When it comes to balancing search engine optimisation (SEO) and web design, a client survey is the most valuable tool you have. You may understand the conflicting interests of good design and SEO but your clients won’t. Finding out where their priorities lie, what they really want out of the project, is vital to getting the right balance. Getting the client’s views at the start of the project, a client survey can be a big help with all aspects of the work. So how can you make sure that the aspects you cover include the SEO/design balance?
SEO in the client survey
Your client probably can’t work out for themselves how to get the best SEO – if they could then they wouldn’t have come to you. So your questions need to get at this indirectly.
Start by asking them who they want coming to their site, and what they want those people to do there. But don’t just ask the who and what, ask the why. If you understand why they want those particular customers, and why they expect those customers to be interested in them, this will help to target your optimisation.
Ask them to provide you with a list of competitor sites. This will give you insight not only into what might draw people to those sites but also into what you’re competing with. Some analysis on your part should show how those sites have been optimised, giving you a starting place.
Design considerations in the client survey
Whereas SEO considerations are built around the competition, design considerations should focus more on what the client likes and admires.
Ask them to pick out some sites that they find particularly appealing, and get them to explain why. Gather as much information as you can on their branding and existing design. You can be more direct with your questions in this area, asking what looks appeal to them and whether they have any information on what their customers like.
Comparison with competitors will be helpful again, but design is where you want to stand out as different from the pack. Use this part of the survey to encourage the client to think creatively and feel like they’re having an input. After all, you’ll want them to feel ownership over the finished site.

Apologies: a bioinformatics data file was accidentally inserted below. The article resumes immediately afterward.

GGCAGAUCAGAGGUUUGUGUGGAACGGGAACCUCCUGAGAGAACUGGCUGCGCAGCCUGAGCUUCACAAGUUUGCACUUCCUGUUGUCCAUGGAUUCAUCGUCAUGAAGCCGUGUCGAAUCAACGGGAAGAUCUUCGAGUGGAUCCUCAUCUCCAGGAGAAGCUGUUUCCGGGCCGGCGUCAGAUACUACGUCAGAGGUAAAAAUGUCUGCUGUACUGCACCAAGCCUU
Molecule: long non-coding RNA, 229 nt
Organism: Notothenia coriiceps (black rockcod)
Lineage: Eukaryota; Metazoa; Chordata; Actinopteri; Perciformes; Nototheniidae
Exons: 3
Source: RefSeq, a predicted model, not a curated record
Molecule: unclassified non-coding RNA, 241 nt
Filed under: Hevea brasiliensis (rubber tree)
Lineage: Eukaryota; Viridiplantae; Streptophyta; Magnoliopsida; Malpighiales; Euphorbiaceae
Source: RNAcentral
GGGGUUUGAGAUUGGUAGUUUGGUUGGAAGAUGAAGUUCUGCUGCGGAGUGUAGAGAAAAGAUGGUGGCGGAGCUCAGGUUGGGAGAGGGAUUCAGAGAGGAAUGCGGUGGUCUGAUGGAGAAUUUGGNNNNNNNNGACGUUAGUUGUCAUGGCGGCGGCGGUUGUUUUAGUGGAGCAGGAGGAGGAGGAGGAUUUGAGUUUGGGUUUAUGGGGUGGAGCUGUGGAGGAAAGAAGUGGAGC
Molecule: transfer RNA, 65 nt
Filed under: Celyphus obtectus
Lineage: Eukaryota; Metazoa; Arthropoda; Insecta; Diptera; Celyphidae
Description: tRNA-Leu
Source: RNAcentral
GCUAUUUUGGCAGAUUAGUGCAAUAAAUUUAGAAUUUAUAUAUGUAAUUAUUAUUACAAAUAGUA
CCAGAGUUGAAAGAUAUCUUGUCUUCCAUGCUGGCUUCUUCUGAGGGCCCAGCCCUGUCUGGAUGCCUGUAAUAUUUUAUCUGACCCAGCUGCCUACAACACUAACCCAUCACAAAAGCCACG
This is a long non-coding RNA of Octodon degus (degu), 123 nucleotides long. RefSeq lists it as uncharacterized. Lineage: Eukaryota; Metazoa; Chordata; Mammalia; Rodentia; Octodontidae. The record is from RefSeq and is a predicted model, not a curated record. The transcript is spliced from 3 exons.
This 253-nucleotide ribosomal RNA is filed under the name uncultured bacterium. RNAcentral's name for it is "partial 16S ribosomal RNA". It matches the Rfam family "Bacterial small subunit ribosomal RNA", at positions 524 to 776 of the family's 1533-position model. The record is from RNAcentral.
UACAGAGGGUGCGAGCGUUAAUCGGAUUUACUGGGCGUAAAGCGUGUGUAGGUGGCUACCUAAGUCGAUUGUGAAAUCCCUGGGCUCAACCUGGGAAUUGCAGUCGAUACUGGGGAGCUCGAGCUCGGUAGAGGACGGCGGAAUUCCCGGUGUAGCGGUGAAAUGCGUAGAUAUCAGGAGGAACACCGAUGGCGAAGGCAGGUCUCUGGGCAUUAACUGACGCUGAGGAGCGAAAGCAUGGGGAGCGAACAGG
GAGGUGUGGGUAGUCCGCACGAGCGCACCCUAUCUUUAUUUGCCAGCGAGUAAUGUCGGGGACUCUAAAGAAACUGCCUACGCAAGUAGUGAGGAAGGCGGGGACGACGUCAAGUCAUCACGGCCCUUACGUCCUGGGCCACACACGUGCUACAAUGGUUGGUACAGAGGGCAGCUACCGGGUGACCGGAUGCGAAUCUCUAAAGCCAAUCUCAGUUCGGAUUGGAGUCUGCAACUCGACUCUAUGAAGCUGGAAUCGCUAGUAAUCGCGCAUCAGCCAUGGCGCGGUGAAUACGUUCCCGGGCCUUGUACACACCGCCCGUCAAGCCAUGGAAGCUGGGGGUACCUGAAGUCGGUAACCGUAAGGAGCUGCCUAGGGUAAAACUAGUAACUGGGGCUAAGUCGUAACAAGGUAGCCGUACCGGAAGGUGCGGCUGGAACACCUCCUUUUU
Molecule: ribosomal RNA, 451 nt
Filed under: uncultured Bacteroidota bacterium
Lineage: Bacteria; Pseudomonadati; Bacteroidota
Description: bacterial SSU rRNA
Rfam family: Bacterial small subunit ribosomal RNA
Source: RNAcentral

Striking the balance
Information about SEO and design needs is good in itself, but it will only really be helpful if you can get the balance right. Having led the client through function and design, you now need them to prioritise. Ask them to put features they want in priority order, and to specifically address questions about conflicting areas, such as whether they’re more interested in drawing new readers to their site or making it accessible to those already visiting.
This isn’t just about informing the decisions you make during the design process, though that’s part of it. It’s also about justifying those decisions and avoiding changes of heart further down the line. If a client has said that they want clear, short blocks of text, then later hears that this may adversely impact their SEO, then they may demand changes to what you’ve done. If they’ve understood and at the start that the short, easily understood text isn’t going to get such high searching rankings then they are less likely to change their mind, and you have something to point them at if they blame you for what they originally decided.
Collaboration is key
Of course you’ll also be applying your own knowledge, translating their ideas into SEO action and design elements. This is a collaboration between you and the client. But the more you get from them at the start, the happier they will be at the end.